Most anthropologists are pretty bad at explaining how culture and the economy work together to fashion our world in an emergent way (see my post for May 6 for a statement of the problem).
In his remarkable new book, The Company of Strangers, Paul Seabright, an economist, goes squarely at the issue.
He begins by describing his new shirt.
The cotton was grown in India, from seeds developed in the United States; the artificial fiber in the thread count comes from Portugal and the material in the dyes from at least six other countries; the collar linings come from Brazil, and the machinery for weaving, cutting, and sewing from Germany; the shirt itself was made up in Malaysia. (p. 13)
This sounds a little like Tyler Cowens treatment of a global economy, but Seabright has another purpose in mind.
What, he asks, if shirt production had to be planned?
One can imagine an incoming president of the United States being presented with a report entitled The Worlds Need for Shirts, trembling at its contents, and immediately setting up a Presidential Task Force. The United Nations would hold conferences on ways to enhance international cooperation in shirt-making, and there would be arguments over whether the UN or the U.S. should take the lead. The pope and the archbishop of Canterbury would issue calls for everyone to pull together to endure that the worlds needs were met, and committees of bishops and pop stars would periodically remind us that s shirt on ones back is a human right. Experts would be commissioned to examine the wisdom of making collars in Brazil for shirts made in Malaysia for re-export to Brazil. More experts would suggest that by cutting back on the wasteful variety of frivolous styles it would be possible to make dramatic improvements in the total number of shirts produced. (14)
But of course new shirts dont come from planning. As Seabright says,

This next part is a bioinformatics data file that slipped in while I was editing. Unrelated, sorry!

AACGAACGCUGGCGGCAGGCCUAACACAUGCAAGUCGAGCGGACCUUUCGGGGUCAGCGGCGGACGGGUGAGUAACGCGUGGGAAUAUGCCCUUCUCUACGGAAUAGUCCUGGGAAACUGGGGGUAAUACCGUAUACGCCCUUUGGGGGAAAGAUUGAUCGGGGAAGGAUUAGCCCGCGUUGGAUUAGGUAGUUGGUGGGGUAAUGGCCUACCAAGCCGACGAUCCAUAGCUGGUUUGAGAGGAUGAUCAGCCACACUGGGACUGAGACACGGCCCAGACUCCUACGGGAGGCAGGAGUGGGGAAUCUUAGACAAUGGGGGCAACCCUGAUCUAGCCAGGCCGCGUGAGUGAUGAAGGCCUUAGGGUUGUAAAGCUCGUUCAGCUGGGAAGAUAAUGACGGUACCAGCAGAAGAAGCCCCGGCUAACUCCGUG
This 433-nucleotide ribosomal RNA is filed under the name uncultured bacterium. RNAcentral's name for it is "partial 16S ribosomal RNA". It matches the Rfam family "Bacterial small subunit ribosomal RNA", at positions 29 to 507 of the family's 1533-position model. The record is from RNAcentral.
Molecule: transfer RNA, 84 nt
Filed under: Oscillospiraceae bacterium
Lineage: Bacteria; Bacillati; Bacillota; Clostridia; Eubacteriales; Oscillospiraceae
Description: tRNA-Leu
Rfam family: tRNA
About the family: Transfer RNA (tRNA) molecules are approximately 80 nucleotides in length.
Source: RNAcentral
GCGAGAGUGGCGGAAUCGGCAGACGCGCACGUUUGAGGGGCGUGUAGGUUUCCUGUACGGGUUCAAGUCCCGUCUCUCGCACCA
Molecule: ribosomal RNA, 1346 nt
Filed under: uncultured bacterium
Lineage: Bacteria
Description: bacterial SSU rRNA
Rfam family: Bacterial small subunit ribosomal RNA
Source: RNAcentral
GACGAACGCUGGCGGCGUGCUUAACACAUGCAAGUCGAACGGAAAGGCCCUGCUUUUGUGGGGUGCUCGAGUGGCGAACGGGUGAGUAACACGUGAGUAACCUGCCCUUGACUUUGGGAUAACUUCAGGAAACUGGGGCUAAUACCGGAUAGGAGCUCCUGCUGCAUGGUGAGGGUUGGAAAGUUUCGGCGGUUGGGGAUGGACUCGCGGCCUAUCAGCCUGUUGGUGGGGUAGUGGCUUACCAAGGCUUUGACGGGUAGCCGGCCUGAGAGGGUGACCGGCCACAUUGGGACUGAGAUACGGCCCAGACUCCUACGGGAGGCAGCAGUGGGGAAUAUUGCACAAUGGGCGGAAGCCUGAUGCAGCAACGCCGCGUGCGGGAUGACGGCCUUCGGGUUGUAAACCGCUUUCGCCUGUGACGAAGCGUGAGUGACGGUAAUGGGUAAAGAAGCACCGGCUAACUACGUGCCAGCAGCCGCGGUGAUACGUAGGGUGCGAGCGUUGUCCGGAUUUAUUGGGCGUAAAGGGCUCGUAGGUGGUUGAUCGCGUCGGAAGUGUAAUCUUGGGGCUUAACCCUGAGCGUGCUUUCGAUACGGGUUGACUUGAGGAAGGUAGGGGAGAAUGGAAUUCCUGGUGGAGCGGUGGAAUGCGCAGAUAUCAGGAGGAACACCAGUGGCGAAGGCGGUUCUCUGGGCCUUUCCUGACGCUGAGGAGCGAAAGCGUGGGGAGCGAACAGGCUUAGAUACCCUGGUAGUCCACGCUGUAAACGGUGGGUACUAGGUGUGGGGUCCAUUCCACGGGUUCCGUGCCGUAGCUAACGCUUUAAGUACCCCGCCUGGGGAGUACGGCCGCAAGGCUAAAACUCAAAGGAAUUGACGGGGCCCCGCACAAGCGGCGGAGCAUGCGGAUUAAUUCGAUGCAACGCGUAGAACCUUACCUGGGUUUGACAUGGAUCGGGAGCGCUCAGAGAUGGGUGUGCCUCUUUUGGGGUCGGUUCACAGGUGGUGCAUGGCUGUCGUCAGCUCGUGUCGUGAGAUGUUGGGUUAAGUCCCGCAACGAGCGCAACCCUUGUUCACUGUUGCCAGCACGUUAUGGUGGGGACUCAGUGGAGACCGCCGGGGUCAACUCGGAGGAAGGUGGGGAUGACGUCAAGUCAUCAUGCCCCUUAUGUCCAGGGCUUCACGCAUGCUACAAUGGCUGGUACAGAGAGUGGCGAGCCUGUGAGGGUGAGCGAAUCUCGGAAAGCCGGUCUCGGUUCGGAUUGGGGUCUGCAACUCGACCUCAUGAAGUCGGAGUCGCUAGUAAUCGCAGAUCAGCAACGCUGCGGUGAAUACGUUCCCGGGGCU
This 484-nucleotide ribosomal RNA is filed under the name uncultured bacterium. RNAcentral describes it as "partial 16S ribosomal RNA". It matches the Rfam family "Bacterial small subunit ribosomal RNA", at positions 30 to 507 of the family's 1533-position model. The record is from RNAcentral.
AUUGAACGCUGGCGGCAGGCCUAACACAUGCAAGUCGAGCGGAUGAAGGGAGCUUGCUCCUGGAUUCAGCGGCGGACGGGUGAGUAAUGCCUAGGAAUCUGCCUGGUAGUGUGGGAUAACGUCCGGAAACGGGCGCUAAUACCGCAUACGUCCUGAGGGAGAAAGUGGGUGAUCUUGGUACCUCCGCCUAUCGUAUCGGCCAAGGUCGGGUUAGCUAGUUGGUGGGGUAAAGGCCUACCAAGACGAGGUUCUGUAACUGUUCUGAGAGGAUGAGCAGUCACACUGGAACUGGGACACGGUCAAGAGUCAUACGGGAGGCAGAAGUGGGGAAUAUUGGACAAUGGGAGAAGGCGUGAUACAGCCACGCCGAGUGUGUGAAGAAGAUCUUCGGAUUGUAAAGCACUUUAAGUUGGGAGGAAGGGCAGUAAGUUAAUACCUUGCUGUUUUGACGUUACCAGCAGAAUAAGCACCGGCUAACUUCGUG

The entire enterprise of supply shirts in thousands and thousands of styles to millions and millions of people takes place without any overall coordination at all. (14)
We forget how miraculous are the emergent properties of this enterprise.
Citizens of the industrialized market economies have lost their sense of wonder at the fact that they can decide spontaneously to go out in search of food, clothing, furniture and thousands of other useful, attractive, frivolous or life-saving items and when they do so, somebody will have anticipated their actions and thoughtfully made such items available for them to buy. (15)
And this is the point of this remarkable book. This is to show:
how even some of the simplest activities of modern society depend upon intricate webs of international cooperation that function without anyones being in overall charge. It seems hard to believe that something as complex as a modern industrial society could possibly work at all without an overall guiding intelligence, but since the work of the economist Adam Smith in the eighteenth century, we have come to realize that this is exactly how things are. (4)
What particularly interests Seabright is that this miracle of coordination is now being performed by ‘the same shy, murderous ape that had avoided strangers throughout its evolutionary history and now somehow proves capable of “living, working and moving among complete strangers in their millions. That is to say, us.
The question is a good one: “how the hell does this happen?” How does impossibly complicated order emerge from various, uncoordinated, unplanned projects. Complexity theory is one answer to this question. Seabright has another.
This book is highly recommended.
Cowen, Tyler. 2002. Creative Destruction: How Globalization Is Changing the World’s Cultures. Princeton: Princeton University Press.
Seabright, Paul. 2004. The Company of Strangers: A natural history of economic life. Princeton: Princeton University Press.